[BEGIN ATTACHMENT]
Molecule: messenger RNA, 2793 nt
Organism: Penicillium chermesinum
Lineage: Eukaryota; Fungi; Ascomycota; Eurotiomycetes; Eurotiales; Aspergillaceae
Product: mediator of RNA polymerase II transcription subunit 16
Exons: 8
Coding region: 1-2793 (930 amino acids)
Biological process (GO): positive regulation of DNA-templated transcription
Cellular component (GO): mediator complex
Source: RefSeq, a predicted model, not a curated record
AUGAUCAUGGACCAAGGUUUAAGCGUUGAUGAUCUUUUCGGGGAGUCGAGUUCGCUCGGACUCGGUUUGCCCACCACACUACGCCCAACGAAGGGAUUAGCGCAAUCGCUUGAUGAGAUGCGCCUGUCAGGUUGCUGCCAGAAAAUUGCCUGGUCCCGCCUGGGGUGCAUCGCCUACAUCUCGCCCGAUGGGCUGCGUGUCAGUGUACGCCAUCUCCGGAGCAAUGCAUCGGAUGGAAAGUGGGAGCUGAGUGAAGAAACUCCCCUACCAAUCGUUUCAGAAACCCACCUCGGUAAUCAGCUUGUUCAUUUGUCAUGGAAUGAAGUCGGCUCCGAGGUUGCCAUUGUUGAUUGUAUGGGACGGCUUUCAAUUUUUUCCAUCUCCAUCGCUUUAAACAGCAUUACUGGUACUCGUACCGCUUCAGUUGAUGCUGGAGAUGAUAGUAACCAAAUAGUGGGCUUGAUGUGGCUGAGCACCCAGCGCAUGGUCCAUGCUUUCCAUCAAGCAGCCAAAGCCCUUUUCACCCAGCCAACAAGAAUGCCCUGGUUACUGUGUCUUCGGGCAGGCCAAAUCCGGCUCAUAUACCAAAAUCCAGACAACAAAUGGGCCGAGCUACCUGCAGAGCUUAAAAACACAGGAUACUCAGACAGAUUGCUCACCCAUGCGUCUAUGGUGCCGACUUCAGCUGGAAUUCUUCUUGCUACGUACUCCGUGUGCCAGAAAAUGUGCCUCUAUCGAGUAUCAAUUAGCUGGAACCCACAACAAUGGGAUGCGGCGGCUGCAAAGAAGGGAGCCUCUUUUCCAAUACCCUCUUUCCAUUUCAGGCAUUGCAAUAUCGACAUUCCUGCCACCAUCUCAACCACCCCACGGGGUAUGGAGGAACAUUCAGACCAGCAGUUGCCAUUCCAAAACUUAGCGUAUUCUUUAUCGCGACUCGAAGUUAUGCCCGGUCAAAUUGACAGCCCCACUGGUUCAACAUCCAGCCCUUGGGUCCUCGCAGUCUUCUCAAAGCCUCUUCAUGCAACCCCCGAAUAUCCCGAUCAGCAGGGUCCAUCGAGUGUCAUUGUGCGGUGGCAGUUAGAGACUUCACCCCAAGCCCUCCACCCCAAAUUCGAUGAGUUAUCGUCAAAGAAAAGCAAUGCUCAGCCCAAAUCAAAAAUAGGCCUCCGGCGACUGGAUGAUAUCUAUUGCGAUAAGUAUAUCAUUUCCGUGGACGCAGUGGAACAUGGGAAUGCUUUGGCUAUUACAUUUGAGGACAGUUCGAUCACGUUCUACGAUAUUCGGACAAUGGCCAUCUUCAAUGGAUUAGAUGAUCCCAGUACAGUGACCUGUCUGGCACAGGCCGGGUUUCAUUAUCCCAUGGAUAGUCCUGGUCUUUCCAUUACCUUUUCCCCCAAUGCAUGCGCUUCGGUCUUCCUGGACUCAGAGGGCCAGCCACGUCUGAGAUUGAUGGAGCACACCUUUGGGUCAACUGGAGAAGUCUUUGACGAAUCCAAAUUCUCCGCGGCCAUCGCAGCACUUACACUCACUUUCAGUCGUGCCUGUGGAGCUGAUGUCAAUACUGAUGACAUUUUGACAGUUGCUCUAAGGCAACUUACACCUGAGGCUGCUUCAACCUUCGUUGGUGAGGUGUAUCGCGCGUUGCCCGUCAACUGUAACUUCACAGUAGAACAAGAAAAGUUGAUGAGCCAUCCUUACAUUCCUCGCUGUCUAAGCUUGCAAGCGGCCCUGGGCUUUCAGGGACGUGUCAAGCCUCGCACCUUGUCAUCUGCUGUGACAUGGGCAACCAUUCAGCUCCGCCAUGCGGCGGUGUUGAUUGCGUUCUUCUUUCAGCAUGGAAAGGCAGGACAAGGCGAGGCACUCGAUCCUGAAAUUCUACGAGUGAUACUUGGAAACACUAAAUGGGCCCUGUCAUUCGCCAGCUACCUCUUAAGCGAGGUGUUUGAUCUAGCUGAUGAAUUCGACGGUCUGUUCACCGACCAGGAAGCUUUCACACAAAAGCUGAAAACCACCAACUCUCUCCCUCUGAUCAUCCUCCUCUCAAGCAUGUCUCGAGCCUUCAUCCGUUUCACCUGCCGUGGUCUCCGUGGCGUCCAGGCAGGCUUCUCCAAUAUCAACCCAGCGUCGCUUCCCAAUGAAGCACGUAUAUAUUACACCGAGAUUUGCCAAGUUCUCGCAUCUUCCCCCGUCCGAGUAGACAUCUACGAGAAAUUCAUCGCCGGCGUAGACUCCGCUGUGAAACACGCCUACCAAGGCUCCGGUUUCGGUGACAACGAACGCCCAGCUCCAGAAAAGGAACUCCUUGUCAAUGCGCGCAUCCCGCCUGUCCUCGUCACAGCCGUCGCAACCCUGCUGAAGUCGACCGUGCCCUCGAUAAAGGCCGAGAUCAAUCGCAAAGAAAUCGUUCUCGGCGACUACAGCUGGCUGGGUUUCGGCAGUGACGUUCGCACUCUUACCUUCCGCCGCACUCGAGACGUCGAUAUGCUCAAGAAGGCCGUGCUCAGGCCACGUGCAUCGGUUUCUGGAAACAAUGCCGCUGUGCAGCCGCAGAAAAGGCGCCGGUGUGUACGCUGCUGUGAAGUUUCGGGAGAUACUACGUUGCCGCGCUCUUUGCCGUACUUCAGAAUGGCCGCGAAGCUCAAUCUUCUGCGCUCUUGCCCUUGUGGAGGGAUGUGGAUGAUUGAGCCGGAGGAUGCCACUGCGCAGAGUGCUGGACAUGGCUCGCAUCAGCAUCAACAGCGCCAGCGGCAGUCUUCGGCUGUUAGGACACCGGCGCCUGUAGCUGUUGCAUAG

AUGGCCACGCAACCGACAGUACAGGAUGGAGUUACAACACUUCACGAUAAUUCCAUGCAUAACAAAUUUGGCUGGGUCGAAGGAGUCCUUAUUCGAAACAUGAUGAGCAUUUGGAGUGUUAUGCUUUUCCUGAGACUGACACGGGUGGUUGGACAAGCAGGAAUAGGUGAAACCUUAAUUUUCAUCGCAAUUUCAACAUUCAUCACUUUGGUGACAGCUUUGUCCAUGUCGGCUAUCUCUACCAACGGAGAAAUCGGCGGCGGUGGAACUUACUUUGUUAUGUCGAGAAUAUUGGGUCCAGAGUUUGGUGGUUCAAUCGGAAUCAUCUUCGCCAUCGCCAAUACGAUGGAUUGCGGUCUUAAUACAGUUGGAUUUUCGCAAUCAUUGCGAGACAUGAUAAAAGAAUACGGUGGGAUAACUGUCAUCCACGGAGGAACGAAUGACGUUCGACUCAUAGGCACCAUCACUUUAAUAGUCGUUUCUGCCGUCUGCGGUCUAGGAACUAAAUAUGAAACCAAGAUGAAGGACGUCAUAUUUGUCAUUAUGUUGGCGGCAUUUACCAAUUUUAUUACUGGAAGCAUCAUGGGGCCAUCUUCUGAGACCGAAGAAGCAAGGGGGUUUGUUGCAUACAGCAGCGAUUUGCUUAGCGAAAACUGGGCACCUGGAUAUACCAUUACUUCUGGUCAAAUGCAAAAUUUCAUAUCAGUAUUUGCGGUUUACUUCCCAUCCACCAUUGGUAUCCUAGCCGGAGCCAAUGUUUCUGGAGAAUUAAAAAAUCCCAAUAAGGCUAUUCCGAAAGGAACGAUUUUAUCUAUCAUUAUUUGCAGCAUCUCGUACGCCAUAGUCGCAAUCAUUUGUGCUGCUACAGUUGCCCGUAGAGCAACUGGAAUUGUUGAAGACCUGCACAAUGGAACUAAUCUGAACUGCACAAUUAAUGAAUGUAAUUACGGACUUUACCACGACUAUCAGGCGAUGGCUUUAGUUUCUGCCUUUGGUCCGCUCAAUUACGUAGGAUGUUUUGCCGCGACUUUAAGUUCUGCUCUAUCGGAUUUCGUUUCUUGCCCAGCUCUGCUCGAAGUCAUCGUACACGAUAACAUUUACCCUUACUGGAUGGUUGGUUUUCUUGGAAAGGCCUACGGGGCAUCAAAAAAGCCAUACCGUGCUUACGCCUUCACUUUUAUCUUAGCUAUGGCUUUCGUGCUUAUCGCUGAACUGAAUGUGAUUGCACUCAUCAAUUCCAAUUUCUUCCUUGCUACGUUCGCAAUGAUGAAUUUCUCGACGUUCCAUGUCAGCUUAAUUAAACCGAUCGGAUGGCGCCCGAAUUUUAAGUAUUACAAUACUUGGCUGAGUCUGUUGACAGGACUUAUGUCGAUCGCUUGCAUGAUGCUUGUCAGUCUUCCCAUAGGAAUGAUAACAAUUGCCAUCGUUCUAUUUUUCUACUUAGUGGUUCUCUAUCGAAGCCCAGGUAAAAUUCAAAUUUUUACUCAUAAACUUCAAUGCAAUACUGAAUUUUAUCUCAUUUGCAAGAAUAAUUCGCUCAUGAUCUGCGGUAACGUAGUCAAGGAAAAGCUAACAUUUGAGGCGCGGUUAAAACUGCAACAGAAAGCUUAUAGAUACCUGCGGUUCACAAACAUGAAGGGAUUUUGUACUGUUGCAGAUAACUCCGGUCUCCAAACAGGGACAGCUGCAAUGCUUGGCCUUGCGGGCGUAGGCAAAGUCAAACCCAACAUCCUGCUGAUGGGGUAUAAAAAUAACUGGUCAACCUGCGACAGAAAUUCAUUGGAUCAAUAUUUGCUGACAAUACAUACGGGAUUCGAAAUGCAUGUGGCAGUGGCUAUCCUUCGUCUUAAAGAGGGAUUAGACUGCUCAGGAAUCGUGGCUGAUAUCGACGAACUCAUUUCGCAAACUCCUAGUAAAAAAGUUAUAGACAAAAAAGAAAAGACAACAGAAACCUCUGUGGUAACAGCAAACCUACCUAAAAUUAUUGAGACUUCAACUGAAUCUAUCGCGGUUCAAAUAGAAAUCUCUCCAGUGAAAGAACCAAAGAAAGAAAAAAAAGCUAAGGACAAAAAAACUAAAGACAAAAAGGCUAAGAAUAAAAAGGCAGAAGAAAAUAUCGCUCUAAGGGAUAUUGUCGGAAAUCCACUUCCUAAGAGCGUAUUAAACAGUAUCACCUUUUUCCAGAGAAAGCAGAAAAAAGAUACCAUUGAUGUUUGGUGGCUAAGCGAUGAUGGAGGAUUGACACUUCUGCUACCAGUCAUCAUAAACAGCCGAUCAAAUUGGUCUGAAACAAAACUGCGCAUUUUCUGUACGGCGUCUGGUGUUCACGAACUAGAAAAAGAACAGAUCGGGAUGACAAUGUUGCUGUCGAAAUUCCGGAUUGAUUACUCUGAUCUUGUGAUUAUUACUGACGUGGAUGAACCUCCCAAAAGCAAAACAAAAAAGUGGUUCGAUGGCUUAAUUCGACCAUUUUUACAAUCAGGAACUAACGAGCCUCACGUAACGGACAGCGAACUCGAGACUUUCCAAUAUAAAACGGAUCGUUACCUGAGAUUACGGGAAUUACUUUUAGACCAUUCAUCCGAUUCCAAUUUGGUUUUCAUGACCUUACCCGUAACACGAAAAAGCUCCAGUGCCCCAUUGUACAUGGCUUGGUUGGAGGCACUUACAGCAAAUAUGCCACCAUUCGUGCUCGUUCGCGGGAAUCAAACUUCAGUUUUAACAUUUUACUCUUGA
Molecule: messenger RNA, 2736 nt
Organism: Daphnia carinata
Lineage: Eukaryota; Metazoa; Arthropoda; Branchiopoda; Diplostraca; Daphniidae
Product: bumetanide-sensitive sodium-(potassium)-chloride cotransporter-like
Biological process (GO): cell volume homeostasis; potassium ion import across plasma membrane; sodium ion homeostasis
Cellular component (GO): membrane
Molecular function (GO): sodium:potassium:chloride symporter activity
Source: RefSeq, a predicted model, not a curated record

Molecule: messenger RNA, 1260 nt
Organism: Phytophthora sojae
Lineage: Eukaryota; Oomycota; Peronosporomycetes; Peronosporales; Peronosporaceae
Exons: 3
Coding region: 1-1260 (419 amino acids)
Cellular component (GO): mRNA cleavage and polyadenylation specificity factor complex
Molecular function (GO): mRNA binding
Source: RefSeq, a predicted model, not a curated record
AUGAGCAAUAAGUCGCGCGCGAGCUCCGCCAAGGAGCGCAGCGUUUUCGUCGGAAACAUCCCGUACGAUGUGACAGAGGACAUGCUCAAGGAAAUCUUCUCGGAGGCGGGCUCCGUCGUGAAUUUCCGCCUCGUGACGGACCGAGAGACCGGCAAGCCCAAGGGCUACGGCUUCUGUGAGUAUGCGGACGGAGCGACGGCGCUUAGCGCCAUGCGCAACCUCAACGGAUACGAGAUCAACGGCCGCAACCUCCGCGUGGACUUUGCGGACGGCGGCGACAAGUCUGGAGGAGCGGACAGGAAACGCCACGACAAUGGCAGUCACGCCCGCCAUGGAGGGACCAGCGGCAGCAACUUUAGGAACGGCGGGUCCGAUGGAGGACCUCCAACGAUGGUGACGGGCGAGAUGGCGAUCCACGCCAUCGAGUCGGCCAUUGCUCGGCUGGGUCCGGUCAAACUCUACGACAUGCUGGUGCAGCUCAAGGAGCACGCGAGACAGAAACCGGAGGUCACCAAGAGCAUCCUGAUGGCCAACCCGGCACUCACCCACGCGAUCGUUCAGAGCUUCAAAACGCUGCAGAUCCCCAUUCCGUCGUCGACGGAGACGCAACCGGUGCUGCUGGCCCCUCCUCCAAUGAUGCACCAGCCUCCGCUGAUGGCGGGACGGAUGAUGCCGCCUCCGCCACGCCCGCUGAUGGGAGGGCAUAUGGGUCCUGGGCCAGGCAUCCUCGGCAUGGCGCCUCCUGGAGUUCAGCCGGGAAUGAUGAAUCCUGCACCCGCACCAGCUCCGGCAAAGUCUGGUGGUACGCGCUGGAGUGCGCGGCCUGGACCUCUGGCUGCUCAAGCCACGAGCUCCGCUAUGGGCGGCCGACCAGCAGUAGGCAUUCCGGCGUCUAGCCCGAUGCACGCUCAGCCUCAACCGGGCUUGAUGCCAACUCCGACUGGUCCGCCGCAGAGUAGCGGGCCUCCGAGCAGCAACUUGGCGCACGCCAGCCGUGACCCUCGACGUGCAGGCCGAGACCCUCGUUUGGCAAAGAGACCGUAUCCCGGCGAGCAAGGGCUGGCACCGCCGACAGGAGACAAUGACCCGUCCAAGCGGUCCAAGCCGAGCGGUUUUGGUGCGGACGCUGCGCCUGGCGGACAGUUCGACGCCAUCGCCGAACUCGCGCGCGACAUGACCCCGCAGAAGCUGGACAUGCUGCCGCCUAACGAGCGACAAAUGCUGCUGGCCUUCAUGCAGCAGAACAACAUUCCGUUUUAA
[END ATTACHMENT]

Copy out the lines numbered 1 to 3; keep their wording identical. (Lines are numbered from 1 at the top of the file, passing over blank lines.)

Molecule: messenger RNA, 2793 nt
Organism: Penicillium chermesinum
Lineage: Eukaryota; Fungi; Ascomycota; Eurotiomycetes; Eurotiales; Aspergillaceae